A Pictoral Walkthrough of the Shrine of Our Lady of Guadalupe

Well, at long last, here are my impressions and pictures (click the link for a full album) of the Shrine of Our Lady of Guadalupe in La Crosse, WI. (Unfortunately, the weather wasn't that great, so I have few outdoor pictures). We arrived after a good night's sleep at the Shrine for Morning Prayer and a reflection (one of two for our Day of Recollection) from Archbishop Burke. We then attended Holy Mass, ate lunch at the wonderful Shrine restaurant, and returned to the Church for Daytime Prayer, a Holy Hour, the Rosary, another reflection from Archbishop Burke, and the Stations of the Cross (the Shrine has a beautiful and contemplative hillside walking path with the stations and mysteries of the Rosary).

Our day was fairly packed, but I was able to spend a few minutes taking pictures of the Shrine and the beautiful artwork contained within. (As an aside, this Church is living proof that there are still artists alive that can produce works of actual beauty and not just all the modern ugliness that typically goes into modern Church buildings!).

First, an overview of the whole Shrine—notice the traditional cruciform layout of the Church, with a transcept in the middle, and the altar and tabernacle in the top/front area. The pews are all polished wood, and there is marble almost everywhere:

The Interior of the Shrine of Our Lady of Guadalupe  

Now, here's a picture of the Baldaccino and sanctuary—notice especially how everything directs the eye towards the altar of sacrifice. This is the focal point of the Church (as it should be), and, as Archbishop Burke reminded us today, "the purpose for the building itself."

Baldaccino of the Shrine of Our Lady of Guadalupe  

And you may notice the angels on the four corners of the Baldaccino—these are styled a little differently than most of the angels I've seen in other similar Churches, as they have grapes, wheat, and something else, and are in a very 'organic' pose (rather than the rigid pose I'm used to seeing). Here's a detail picture of one of the angels:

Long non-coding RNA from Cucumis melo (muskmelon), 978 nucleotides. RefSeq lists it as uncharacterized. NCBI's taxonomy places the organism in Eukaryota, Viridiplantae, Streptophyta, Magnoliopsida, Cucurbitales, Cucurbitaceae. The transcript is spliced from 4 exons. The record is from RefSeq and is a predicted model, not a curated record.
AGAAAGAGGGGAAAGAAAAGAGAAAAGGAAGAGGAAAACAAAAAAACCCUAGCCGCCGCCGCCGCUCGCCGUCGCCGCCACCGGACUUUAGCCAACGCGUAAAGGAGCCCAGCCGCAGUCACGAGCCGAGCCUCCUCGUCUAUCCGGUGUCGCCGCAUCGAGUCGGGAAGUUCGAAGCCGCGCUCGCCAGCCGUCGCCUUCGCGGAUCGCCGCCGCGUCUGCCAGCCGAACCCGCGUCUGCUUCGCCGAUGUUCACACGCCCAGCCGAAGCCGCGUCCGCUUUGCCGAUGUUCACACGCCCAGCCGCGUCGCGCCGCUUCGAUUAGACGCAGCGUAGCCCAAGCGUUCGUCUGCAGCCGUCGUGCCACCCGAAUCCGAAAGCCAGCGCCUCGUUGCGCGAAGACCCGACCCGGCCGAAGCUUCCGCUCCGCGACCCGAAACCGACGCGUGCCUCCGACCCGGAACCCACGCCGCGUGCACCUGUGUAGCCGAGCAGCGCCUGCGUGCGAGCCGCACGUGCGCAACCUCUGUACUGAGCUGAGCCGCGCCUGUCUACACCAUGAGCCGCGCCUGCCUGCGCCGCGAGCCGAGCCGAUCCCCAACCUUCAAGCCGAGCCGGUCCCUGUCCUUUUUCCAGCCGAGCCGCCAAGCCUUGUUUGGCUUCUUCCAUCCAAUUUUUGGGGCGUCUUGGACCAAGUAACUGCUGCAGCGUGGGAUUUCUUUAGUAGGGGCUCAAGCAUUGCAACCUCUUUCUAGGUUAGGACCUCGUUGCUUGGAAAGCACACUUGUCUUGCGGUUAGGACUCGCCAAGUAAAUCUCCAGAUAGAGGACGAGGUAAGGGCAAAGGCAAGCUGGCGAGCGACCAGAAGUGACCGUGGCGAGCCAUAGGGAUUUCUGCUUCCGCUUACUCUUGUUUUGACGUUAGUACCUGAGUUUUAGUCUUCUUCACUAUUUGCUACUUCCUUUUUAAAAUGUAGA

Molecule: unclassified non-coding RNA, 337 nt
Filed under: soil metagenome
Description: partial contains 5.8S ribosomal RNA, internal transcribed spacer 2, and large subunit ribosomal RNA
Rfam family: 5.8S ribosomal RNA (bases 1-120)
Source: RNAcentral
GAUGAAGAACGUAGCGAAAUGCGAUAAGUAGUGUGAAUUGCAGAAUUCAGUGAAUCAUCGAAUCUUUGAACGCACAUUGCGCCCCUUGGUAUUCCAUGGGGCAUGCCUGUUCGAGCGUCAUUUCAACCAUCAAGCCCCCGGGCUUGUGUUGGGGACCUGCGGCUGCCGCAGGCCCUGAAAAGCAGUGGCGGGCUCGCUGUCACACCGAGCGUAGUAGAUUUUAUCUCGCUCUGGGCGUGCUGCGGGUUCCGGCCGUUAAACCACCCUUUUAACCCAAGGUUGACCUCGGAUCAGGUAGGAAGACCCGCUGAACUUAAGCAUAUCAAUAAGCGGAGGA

Angel on the Baldaccino at the Shrine of Our Lady of Guadalupe  

To support the singing of sacred music, a mighty and beautiful organ was constructed for the Shrine. It covers the entire back wall of the church, and includes another set of ranks directly in the front of the choir loft. (Also note the words underneath—these are words Our Lady spoke to Juan Diego):

Pipe Organ at the Shrine of Our Lady of Guadalupe  

Also towards the back of the Shrine are six large devotional areas with depictions of many saints, including St. Maria Goretti, Blessed Miguel Pro, St. Thérèse of Liseux, St. Faustina, St. Peregrine and St. Gianna (detail of her painting below).

St. Gianna at Our Lady of Guadalupe Shrine  

There is no area of the Shrine (including the staircases and even the basement, which will soon be a crypt church!) that was not made to worthily support the worship of the pilgrims who come to visit the Shrine; indeed, here is a detail picture of one of the many columns around the Shrine:

Column Cherubim Shrine of Our Lady of Guadalupe  

The Shrine is dedicated to Our Lady of Guadalupe, and to commemorate her apparitions to St. Juan Diego, there is a very beautiful bronze statue of the scene of Our Lady's image appearing on Juan's tilma for the first time in front of the Church (just in front of the heavy solid bronze doors!):

Statue of Juan Diego at Our Lady of Guadalupe Shrine  

The Shrine is one of the best places to make a pilgrimage to in the United States, in my opinion. The facilities are well-maintained, the staff is friendly, but most importantly, the presence of Our Lord and Our Lady can be felt throughout the Shrine's grounds. I wish I could write more on the Shrine, but for now, a full album of all my pictures from the Shrine will have to do (each picture deserves a long caption, but I simply don't have the time!).